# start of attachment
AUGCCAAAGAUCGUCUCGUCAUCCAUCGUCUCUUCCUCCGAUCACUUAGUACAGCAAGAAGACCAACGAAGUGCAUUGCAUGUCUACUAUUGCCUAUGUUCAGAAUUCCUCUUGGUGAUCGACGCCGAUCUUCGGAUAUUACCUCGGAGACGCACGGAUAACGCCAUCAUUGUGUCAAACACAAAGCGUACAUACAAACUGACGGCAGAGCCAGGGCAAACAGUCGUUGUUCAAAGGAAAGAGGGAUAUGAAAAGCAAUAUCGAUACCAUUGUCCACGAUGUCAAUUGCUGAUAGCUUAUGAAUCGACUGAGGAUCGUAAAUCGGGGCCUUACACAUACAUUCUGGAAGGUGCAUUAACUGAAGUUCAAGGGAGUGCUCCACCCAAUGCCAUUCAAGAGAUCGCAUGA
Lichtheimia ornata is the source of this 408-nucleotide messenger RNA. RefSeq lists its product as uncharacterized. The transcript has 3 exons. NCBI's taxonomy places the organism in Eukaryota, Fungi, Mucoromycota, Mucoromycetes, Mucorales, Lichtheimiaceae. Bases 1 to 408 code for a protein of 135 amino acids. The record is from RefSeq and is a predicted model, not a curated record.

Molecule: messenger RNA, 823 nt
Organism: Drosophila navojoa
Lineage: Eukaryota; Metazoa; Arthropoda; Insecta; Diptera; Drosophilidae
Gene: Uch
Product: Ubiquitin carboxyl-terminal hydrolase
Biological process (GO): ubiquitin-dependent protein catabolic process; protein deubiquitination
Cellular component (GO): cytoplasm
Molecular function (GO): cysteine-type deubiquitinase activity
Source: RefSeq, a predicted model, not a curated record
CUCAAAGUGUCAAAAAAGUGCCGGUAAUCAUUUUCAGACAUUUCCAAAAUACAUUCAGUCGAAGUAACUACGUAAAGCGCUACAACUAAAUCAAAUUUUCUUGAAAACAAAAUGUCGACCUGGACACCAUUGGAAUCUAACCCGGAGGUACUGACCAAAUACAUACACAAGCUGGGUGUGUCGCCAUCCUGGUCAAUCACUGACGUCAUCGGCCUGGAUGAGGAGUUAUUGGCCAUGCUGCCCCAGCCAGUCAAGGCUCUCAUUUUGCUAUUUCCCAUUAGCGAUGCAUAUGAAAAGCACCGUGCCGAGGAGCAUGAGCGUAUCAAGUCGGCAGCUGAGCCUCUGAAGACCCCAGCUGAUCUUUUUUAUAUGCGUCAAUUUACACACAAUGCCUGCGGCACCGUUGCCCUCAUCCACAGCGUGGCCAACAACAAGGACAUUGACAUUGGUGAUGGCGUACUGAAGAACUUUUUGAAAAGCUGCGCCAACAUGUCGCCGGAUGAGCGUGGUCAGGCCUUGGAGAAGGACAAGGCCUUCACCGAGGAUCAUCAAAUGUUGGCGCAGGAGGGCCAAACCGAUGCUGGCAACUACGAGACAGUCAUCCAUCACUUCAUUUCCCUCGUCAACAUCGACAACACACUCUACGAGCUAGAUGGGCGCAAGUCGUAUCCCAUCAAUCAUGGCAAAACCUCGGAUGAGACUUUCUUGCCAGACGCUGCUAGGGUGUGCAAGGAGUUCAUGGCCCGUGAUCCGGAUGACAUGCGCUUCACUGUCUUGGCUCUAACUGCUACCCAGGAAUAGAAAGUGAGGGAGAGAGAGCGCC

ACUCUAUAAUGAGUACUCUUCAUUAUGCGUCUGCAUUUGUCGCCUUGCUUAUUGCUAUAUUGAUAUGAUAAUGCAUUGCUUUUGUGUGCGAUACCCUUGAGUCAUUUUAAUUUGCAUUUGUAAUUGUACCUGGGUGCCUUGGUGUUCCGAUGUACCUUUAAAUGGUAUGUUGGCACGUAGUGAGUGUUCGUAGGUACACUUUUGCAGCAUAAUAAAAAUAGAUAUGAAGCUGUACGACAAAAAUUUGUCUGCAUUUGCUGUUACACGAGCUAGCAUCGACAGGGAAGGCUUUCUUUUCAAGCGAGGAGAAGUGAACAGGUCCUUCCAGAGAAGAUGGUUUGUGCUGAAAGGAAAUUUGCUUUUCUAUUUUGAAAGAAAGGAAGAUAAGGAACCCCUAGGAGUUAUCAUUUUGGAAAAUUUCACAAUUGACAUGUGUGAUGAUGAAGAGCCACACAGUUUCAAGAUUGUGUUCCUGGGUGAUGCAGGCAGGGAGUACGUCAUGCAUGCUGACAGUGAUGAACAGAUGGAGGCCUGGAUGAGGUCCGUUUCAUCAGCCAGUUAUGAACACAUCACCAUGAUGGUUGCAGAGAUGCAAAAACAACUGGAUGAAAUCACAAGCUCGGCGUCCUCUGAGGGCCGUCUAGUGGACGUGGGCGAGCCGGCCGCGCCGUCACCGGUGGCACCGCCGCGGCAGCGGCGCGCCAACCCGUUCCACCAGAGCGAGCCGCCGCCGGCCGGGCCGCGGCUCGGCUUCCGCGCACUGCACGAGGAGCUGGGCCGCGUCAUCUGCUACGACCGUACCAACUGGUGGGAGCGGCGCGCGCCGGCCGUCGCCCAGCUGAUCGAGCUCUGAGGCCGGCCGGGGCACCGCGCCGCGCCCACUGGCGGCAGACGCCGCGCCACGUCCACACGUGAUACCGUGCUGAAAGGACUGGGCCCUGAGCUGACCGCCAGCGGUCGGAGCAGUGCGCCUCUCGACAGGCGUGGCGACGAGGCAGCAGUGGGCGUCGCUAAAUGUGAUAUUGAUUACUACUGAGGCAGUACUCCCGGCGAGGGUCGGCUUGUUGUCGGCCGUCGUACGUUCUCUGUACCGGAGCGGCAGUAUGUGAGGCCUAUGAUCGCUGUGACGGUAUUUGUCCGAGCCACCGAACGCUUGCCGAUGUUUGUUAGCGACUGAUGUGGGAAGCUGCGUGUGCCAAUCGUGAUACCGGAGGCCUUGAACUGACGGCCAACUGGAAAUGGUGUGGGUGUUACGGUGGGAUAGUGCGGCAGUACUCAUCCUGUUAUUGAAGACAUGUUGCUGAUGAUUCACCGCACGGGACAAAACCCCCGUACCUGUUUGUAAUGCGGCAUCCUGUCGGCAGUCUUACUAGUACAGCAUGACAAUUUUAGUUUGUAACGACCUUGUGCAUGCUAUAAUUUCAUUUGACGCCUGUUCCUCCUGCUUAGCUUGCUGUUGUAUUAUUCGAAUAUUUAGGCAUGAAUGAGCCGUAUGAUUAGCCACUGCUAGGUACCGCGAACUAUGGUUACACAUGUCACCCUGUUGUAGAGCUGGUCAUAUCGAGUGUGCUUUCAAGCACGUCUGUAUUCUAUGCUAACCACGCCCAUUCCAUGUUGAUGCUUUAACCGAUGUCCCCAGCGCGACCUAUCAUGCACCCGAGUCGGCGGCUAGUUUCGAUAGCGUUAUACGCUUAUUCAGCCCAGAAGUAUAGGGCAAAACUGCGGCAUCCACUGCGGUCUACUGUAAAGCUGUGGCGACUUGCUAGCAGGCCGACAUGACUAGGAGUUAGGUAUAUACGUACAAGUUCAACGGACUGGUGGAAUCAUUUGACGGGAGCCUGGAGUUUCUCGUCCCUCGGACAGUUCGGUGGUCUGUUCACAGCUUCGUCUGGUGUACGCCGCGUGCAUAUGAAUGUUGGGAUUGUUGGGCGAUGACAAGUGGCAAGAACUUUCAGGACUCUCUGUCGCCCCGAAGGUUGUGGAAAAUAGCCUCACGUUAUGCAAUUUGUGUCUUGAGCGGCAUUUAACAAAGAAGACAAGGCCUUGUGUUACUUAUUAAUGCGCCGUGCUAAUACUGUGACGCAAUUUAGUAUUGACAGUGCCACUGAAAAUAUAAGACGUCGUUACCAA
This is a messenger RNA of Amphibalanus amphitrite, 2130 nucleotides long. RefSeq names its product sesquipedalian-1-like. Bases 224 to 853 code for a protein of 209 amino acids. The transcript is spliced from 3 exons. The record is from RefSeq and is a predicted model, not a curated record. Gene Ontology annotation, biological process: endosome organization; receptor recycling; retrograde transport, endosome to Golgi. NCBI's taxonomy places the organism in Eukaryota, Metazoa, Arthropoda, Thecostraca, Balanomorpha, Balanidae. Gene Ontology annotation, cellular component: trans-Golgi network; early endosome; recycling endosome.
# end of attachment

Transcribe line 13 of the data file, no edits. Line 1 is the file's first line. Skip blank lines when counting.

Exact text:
ACUCUAUAAUGAGUACUCUUCAUUAUGCGUCUGCAUUUGUCGCCUUGCUUAUUGCUAUAUUGAUAUGAUAAUGCAUUGCUUUUGUGUGCGAUACCCUUGAGUCAUUUUAAUUUGCAUUUGUAAUUGUACCUGGGUGCCUUGGUGUUCCGAUGUACCUUUAAAUGGUAUGUUGGCACGUAGUGAGUGUUCGUAGGUACACUUUUGCAGCAUAAUAAAAAUAGAUAUGAAGCUGUACGACAAAAAUUUGUCUGCAUUUGCUGUUACACGAGCUAGCAUCGACAGGGAAGGCUUUCUUUUCAAGCGAGGAGAAGUGAACAGGUCCUUCCAGAGAAGAUGGUUUGUGCUGAAAGGAAAUUUGCUUUUCUAUUUUGAAAGAAAGGAAGAUAAGGAACCCCUAGGAGUUAUCAUUUUGGAAAAUUUCACAAUUGACAUGUGUGAUGAUGAAGAGCCACACAGUUUCAAGAUUGUGUUCCUGGGUGAUGCAGGCAGGGAGUACGUCAUGCAUGCUGACAGUGAUGAACAGAUGGAGGCCUGGAUGAGGUCCGUUUCAUCAGCCAGUUAUGAACACAUCACCAUGAUGGUUGCAGAGAUGCAAAAACAACUGGAUGAAAUCACAAGCUCGGCGUCCUCUGAGGGCCGUCUAGUGGACGUGGGCGAGCCGGCCGCGCCGUCACCGGUGGCACCGCCGCGGCAGCGGCGCGCCAACCCGUUCCACCAGAGCGAGCCGCCGCCGGCCGGGCCGCGGCUCGGCUUCCGCGCACUGCACGAGGAGCUGGGCCGCGUCAUCUGCUACGACCGUACCAACUGGUGGGAGCGGCGCGCGCCGGCCGUCGCCCAGCUGAUCGAGCUCUGAGGCCGGCCGGGGCACCGCGCCGCGCCCACUGGCGGCAGACGCCGCGCCACGUCCACACGUGAUACCGUGCUGAAAGGACUGGGCCCUGAGCUGACCGCCAGCGGUCGGAGCAGUGCGCCUCUCGACAGGCGUGGCGACGAGGCAGCAGUGGGCGUCGCUAAAUGUGAUAUUGAUUACUACUGAGGCAGUACUCCCGGCGAGGGUCGGCUUGUUGUCGGCCGUCGUACGUUCUCUGUACCGGAGCGGCAGUAUGUGAGGCCUAUGAUCGCUGUGACGGUAUUUGUCCGAGCCACCGAACGCUUGCCGAUGUUUGUUAGCGACUGAUGUGGGAAGCUGCGUGUGCCAAUCGUGAUACCGGAGGCCUUGAACUGACGGCCAACUGGAAAUGGUGUGGGUGUUACGGUGGGAUAGUGCGGCAGUACUCAUCCUGUUAUUGAAGACAUGUUGCUGAUGAUUCACCGCACGGGACAAAACCCCCGUACCUGUUUGUAAUGCGGCAUCCUGUCGGCAGUCUUACUAGUACAGCAUGACAAUUUUAGUUUGUAACGACCUUGUGCAUGCUAUAAUUUCAUUUGACGCCUGUUCCUCCUGCUUAGCUUGCUGUUGUAUUAUUCGAAUAUUUAGGCAUGAAUGAGCCGUAUGAUUAGCCACUGCUAGGUACCGCGAACUAUGGUUACACAUGUCACCCUGUUGUAGAGCUGGUCAUAUCGAGUGUGCUUUCAAGCACGUCUGUAUUCUAUGCUAACCACGCCCAUUCCAUGUUGAUGCUUUAACCGAUGUCCCCAGCGCGACCUAUCAUGCACCCGAGUCGGCGGCUAGUUUCGAUAGCGUUAUACGCUUAUUCAGCCCAGAAGUAUAGGGCAAAACUGCGGCAUCCACUGCGGUCUACUGUAAAGCUGUGGCGACUUGCUAGCAGGCCGACAUGACUAGGAGUUAGGUAUAUACGUACAAGUUCAACGGACUGGUGGAAUCAUUUGACGGGAGCCUGGAGUUUCUCGUCCCUCGGACAGUUCGGUGGUCUGUUCACAGCUUCGUCUGGUGUACGCCGCGUGCAUAUGAAUGUUGGGAUUGUUGGGCGAUGACAAGUGGCAAGAACUUUCAGGACUCUCUGUCGCCCCGAAGGUUGUGGAAAAUAGCCUCACGUUAUGCAAUUUGUGUCUUGAGCGGCAUUUAACAAAGAAGACAAGGCCUUGUGUUACUUAUUAAUGCGCCGUGCUAAUACUGUGACGCAAUUUAGUAUUGACAGUGCCACUGAAAAUAUAAGACGUCGUUACCAA